The (cyber)threat from within


“Life is short. Have an affair.” So goes the tagline for dating website Ashley Madison, which matches married people looking to have an extramarital relationship. However, the hack and subsequent release of the extremely sensitive personal information for its 37 million users reveals that life, especially in cyber space, is also insecure.

Breaches like this have happened to private and public sector organisations before, but the number, type and sophistication of threats continues to grow and can encompass cyber espionage, crime or attacks. The stakes are very high for some, especially organisations that keep records of sensitive user data that has severe real-world consequences if made public. Losses can amount to more than just financial or system damage – reputations and personal safety are also on the line.

Although the majority of attacks come from external sources, an increasing number of cyber attacks start internally. A 2013 study from security firm Clearswift says one in three employees would sell company secrets for $10,000. Some employees don’t even require monetary incentive; access to company data or intel in the hands of a disgruntled employee can spell disaster.

In an interview after the initial release of data, Noel Biderman, CEO of the company that runs Ashley Madison, said: “We’re on the doorstep of confirming who we believe is the culprit … It was definitely a person here that was not an employee but certainly had touched our technical services.”

Clearly, one person can do a lot of damage. However, not all internal breaches are done maliciously. Employees must understand the role they play in safeguarding against data breaches. Certain departments are more likely to harbour potential cyber security threats as the very nature of some roles mean individuals that work there are given access to sensitive information: finance, information technology and senior management are just a few examples.

The Ashley Madison incident means cyber security is once again making headlines. The reality of today’s business is that all organisations connected to the internet – and that would be most of them – are vulnerable to cyber attacks from within. How can companies hope to protect themselves from a breach when the biggest threat might be within their own walls?

HRMonthly magazine will be featuring an in-depth look into internal cyber threats and what companies can do about them in its October technology issue. To get the full story and receive your copy of this important issue, become an AHRI member today.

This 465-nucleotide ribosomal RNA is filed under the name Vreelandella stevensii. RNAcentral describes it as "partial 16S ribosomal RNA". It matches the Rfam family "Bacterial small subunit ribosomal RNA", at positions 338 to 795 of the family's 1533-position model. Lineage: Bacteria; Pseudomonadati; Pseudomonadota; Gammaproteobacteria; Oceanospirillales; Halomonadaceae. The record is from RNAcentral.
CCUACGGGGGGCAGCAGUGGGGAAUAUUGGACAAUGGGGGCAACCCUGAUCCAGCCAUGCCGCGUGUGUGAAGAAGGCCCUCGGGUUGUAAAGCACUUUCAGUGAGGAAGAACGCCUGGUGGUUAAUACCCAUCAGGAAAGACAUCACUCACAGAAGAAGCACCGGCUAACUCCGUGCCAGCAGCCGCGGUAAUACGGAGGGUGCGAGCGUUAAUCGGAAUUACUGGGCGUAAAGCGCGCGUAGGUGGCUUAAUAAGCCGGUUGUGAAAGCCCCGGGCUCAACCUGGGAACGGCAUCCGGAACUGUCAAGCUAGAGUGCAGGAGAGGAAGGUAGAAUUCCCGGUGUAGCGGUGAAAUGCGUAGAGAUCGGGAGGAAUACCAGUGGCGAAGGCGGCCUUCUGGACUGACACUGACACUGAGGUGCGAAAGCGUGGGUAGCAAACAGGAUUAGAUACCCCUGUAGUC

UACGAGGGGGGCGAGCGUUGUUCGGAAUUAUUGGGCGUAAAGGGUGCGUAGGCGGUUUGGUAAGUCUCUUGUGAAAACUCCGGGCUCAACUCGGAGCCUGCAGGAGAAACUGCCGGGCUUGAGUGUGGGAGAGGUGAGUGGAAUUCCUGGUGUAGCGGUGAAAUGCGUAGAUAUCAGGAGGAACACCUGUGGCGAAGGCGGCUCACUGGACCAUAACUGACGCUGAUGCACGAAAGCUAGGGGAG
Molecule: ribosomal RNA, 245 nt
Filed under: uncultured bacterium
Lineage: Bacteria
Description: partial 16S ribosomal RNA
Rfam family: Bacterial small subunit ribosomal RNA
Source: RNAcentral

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The (cyber)threat from within


“Life is short. Have an affair.” So goes the tagline for dating website Ashley Madison, which matches married people looking to have an extramarital relationship. However, the hack and subsequent release of the extremely sensitive personal information for its 37 million users reveals that life, especially in cyber space, is also insecure.

Breaches like this have happened to private and public sector organisations before, but the number, type and sophistication of threats continues to grow and can encompass cyber espionage, crime or attacks. The stakes are very high for some, especially organisations that keep records of sensitive user data that has severe real-world consequences if made public. Losses can amount to more than just financial or system damage – reputations and personal safety are also on the line.

Although the majority of attacks come from external sources, an increasing number of cyber attacks start internally. A 2013 study from security firm Clearswift says one in three employees would sell company secrets for $10,000. Some employees don’t even require monetary incentive; access to company data or intel in the hands of a disgruntled employee can spell disaster.

In an interview after the initial release of data, Noel Biderman, CEO of the company that runs Ashley Madison, said: “We’re on the doorstep of confirming who we believe is the culprit … It was definitely a person here that was not an employee but certainly had touched our technical services.”

Clearly, one person can do a lot of damage. However, not all internal breaches are done maliciously. Employees must understand the role they play in safeguarding against data breaches. Certain departments are more likely to harbour potential cyber security threats as the very nature of some roles mean individuals that work there are given access to sensitive information: finance, information technology and senior management are just a few examples.

The Ashley Madison incident means cyber security is once again making headlines. The reality of today’s business is that all organisations connected to the internet – and that would be most of them – are vulnerable to cyber attacks from within. How can companies hope to protect themselves from a breach when the biggest threat might be within their own walls?

HRMonthly magazine will be featuring an in-depth look into internal cyber threats and what companies can do about them in its October technology issue. To get the full story and receive your copy of this important issue, become an AHRI member today.

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